After 24 Years, Mississippi No Longer Worst State for Kids

Good news for Mississippi!

For the first time in the 24 years that the Annie E. Casey Foundation has been compiling state-by-state statistics on the well-being of children and families in its Kids Count Index, Mississippi ranked #49, not #50, overall. New Mexico took over the bottom spot.

In January 2013, we reported on new state-level data on Medicaid and food-stamp enrollment released by Kaiser Health, and the numbers painted a bleak picture for child poverty in this country.

Kids Count, released this week, brings more disturbing news: although there have been some gains in education and health nationally, there have been serious setbacks when it comes to the economic well-being of children. In the United States overall, a shocking 23 percent of children live in poverty, but in the bottom five states, the numbers are even worse:

50. New Mexico

In New Mexico, that number rises to 31 percent. That means that 157,00 children, out of a total of around 506,450, live in extreme poverty. One reason is that 37 percent of kids in the state have parents who lack secure employment. Tragically, 79 percent of fourth graders are not proficient in reading, which is actually an improvement by one percent over the 2005 number. It seems that New Mexico has taken over from Mississippi as the worst state in the country for kids to live when it comes to a range of issues.

49. Mississippi

Mississippi may no longer be the worst state to be a kid, but the numbers are still troubling. Its 32 percent of children living in poverty has worsened from 2005, when it was 31 percent, and is actually higher than New Mexico’s rate. The state makes up for this with improvements in education and health: only 8 percent of kids are without health insurance, and half of the state’s eligible students attend preschool.

48. Nevada

This year’s report ranks the state of Nevada at #48, the third worst state for child well-being. This is a huge downturn from 2011, when the state ranked #26. In the education category, Nevada ranked last. 75 percent of fourth graders are not proficient in reading, and 42 percent of high school students in Nevada fail to graduate on time. Nevada ranked #47 in the country in the health category.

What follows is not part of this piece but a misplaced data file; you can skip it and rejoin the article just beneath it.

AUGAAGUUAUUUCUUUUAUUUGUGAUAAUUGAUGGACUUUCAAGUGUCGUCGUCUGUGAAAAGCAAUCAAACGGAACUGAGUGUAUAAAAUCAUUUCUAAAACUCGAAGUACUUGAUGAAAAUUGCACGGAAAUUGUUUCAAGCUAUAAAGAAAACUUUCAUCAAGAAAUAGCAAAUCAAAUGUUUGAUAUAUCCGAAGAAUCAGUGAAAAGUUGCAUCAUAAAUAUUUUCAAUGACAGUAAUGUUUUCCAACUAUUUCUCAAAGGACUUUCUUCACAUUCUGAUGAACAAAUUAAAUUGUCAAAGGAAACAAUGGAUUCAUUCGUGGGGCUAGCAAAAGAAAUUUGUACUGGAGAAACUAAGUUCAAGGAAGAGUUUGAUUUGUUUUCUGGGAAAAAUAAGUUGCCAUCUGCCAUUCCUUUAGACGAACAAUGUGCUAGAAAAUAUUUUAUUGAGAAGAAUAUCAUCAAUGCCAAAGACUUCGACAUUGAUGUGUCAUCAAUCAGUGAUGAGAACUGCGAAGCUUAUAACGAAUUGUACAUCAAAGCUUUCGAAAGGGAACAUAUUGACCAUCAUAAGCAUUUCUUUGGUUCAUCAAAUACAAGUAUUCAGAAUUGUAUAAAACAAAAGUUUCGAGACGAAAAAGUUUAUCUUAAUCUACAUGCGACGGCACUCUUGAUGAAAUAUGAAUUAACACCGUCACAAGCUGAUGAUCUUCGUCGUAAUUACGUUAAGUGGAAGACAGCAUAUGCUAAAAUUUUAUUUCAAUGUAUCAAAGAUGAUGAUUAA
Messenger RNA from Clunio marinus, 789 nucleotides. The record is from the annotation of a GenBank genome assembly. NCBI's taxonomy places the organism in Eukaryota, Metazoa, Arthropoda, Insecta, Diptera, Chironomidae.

47. Arizona

Coming in at fourth worst is Arizona, which has slipped from #46 to #47. Here, 27 percent of kids live in poverty; that’s 435,000 children out of approximately 1.6 million total. Even more depressing, 67 percent of children in the state do not attend preschool, which puts the state next-to-last in that category for the second straight year, and 74 percent of the state’s fourth graders are not proficient in reading.

46. Louisiana

Louisiana ranks #46, or fifth worst in the nation for overall child well-being, a slight improvement from last year’s #47. The percentage of fourth-grade students scoring below proficient in reading decreased by four percent, but it is still at 77 percent, while 78 percent of eighth graders were labeled “not proficient in math. The state also exceeded the national child poverty rate; 29 percent, or 317,000 children live in poverty in Louisiana.

These numbers, while depressing, are not surprising. In April 2013, a UNICEF survey of 29 countries ranked the U.S #26 in child well-being, just above Lithuania, Latvia and Romania (three of the poorest countries in the survey). On child poverty, the U.S. did even worse, coming in at #28.

But let’s get back to Mississippi.

“While we are not where we need to be, the fact that our child and teen death rate, along with some decrease in the percentage of children without health insurance has been helpful, Mississippi Kids Count Director Linda Southward told the Northeast Mississippi Daily Journal.

Keep moving up, Mississippi, one small step at a time.

Photo Credit: thinkstock


Bravo j.
Past Member 1 years ago

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Danuta Watola
Danuta W2 years ago

Thanks for sharing.

steven brockwell
steven brockwell4 years ago

i think more goes to administration that what is spent on feeding the poor.
billions are spent on helping other country's only the problems just get worse.
something is very wrong in the system.

Vicky P.
Vicky P4 years ago

depressing :/ All in the south, no?

Patricia H.
Patricia H.4 years ago

I agree with Lyn B.

John S.
Past Member 4 years ago

Steven B, you do know how the calculate the poverty level right? Since most countries do not have an "official" poverty measure, so some fool defined the poor as those with disposable income (adjusted for household size) less than 50% of the national median. This would explain why the United States, on child poverty, is ranked between Bulgaria and Romania, though Americans are on average six times richer than Bulgarians and Romanians.